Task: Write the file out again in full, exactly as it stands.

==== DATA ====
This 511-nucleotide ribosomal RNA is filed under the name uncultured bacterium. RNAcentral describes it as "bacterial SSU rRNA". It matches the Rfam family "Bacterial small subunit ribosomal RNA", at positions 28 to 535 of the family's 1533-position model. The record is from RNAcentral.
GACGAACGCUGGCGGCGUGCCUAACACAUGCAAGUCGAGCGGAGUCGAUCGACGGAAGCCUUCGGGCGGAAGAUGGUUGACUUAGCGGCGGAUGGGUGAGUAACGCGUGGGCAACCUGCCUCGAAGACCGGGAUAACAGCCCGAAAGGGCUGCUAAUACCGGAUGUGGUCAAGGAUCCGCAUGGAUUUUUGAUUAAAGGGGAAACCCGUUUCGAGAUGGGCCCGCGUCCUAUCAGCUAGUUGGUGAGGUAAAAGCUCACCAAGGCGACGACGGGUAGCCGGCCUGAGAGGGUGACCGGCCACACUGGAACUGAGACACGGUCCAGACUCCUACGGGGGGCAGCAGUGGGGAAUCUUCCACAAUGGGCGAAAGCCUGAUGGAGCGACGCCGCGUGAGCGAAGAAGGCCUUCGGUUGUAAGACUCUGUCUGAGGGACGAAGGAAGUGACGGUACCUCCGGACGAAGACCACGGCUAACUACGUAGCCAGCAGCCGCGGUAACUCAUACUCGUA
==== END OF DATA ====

This 511-nucleotide ribosomal RNA is filed under the name uncultured bacterium. RNAcentral describes it as "bacterial SSU rRNA". It matches the Rfam family "Bacterial small subunit ribosomal RNA", at positions 28 to 535 of the family's 1533-position model. The record is from RNAcentral.
GACGAACGCUGGCGGCGUGCCUAACACAUGCAAGUCGAGCGGAGUCGAUCGACGGAAGCCUUCGGGCGGAAGAUGGUUGACUUAGCGGCGGAUGGGUGAGUAACGCGUGGGCAACCUGCCUCGAAGACCGGGAUAACAGCCCGAAAGGGCUGCUAAUACCGGAUGUGGUCAAGGAUCCGCAUGGAUUUUUGAUUAAAGGGGAAACCCGUUUCGAGAUGGGCCCGCGUCCUAUCAGCUAGUUGGUGAGGUAAAAGCUCACCAAGGCGACGACGGGUAGCCGGCCUGAGAGGGUGACCGGCCACACUGGAACUGAGACACGGUCCAGACUCCUACGGGGGGCAGCAGUGGGGAAUCUUCCACAAUGGGCGAAAGCCUGAUGGAGCGACGCCGCGUGAGCGAAGAAGGCCUUCGGUUGUAAGACUCUGUCUGAGGGACGAAGGAAGUGACGGUACCUCCGGACGAAGACCACGGCUAACUACGUAGCCAGCAGCCGCGGUAACUCAUACUCGUA